Point being, Hamilton had a really good game. He’s a big part of the Flames’ future, and it’s nice to see him have good games. Hopefully by the end of this season we’ll be reflecting back on that time Hamilton was awful and laughing at how long ago those days were.
What the hell, refs
I make a general rule to not complain about officiating, simply because every single team in the history of sports has gotten screwed by calls one way or another.
I am, however, still a sports fan, so I’m going to complain about officiating every now and then. I try to reserve my calls for egregious, game-changing oversights (i.e. times when pucks cross the line but are inexplicably ruled not a goal), and when officials either let a game get out of control, or fail to make the proper calls on dangerous plays.
The latter happened last night. Ferland’s charging call was bogus, but whatever, the officials were erring on the side of caution. I don’t like it, but I can understand it. Last night was Officials Appreciation Night at the Saddledome, I am trying to be respectful here.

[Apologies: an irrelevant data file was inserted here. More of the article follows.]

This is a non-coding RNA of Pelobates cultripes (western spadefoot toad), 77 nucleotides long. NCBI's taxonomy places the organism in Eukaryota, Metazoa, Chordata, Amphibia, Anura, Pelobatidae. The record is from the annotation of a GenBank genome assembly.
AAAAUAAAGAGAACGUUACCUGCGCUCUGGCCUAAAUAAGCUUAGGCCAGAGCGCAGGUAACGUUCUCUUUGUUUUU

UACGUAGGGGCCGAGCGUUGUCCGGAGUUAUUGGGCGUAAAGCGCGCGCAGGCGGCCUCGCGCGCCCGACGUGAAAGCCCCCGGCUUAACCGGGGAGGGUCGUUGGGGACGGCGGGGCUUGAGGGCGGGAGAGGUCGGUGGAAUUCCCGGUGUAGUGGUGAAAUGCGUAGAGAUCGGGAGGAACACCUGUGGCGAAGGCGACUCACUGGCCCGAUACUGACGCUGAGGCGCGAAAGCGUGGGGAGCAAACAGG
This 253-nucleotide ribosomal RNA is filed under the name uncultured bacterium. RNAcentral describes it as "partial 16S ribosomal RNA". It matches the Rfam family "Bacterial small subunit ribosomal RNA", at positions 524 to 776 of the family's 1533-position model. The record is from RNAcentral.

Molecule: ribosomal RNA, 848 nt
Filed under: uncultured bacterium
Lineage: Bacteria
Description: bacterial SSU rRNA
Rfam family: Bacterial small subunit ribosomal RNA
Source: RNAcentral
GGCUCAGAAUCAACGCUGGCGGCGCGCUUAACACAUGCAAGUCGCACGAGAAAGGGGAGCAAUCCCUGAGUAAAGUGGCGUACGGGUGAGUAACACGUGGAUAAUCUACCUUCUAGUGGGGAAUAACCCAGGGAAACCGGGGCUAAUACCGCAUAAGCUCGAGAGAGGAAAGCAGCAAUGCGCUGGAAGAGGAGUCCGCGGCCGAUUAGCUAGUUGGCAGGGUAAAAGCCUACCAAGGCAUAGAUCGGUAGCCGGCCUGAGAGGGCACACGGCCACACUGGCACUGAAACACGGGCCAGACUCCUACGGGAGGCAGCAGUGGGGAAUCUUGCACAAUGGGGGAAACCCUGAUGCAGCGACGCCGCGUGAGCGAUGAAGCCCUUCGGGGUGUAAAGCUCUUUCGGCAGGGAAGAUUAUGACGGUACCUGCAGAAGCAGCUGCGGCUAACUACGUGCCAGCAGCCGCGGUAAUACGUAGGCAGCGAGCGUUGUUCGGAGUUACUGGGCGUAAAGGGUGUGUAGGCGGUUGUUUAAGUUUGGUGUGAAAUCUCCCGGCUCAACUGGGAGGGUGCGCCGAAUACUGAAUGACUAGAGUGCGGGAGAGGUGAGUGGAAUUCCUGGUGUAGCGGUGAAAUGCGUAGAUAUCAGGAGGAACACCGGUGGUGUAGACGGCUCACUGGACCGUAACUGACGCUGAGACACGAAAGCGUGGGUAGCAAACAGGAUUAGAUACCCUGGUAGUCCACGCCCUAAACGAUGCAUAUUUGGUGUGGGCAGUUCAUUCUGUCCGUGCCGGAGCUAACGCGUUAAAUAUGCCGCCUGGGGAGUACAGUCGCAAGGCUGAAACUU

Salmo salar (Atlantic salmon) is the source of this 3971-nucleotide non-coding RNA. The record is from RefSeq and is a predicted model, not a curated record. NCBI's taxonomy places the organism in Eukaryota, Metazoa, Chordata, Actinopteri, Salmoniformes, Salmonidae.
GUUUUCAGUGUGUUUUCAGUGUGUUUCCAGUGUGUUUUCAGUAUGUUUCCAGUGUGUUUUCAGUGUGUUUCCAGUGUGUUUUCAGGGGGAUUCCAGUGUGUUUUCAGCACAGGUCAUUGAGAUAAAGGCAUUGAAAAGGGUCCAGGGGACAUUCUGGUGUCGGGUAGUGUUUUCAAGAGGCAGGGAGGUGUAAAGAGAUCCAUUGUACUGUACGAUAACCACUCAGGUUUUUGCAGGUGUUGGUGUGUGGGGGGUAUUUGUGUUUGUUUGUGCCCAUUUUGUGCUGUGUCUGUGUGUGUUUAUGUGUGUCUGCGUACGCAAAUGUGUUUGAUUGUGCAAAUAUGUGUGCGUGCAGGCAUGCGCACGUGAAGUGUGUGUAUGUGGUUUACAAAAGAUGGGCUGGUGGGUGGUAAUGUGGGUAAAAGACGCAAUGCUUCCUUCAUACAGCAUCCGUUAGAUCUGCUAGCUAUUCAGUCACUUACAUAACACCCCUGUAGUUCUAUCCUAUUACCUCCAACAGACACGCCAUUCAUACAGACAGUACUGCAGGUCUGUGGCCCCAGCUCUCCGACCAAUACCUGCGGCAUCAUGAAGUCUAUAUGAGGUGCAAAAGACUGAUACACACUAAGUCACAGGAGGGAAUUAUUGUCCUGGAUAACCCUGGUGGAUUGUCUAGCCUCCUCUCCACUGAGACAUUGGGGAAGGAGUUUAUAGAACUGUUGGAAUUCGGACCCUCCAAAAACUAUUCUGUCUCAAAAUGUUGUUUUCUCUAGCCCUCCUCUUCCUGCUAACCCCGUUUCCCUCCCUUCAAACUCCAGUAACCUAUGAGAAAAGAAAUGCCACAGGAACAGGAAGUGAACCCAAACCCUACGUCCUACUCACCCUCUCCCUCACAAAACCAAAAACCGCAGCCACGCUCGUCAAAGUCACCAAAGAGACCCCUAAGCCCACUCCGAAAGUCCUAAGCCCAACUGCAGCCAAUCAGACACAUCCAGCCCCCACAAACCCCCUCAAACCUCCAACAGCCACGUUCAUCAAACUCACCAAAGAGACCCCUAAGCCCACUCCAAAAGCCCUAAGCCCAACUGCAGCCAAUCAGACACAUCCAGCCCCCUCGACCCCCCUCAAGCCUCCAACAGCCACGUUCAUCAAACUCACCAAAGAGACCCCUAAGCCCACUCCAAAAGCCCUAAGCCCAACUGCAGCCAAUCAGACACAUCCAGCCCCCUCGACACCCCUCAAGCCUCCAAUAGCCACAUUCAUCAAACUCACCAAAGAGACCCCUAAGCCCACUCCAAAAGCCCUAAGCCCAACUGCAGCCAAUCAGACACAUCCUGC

But why, in that case, were they totally cool with ignoring Oliver Ekman-Larsson’s dangerous hit on Giordano – at least until Brodie took a very obvious penalty in retaliation? They had to call Brodie’s cross check. But it didn’t happen in a vacuum, so of course only then can they call Ekman-Larsson’s hit. It just took a Flame fighting for his teammate’s honour to make them do it, rather than making the call themselves, as they were more than fine doing at the start of the game.
Hits like that can be scary. And it’s not like a two minute power play would have fixed anything had things been worse for Giordano. But seriously – be better. At minimum, regarding situations that are much more dangerous, just be better.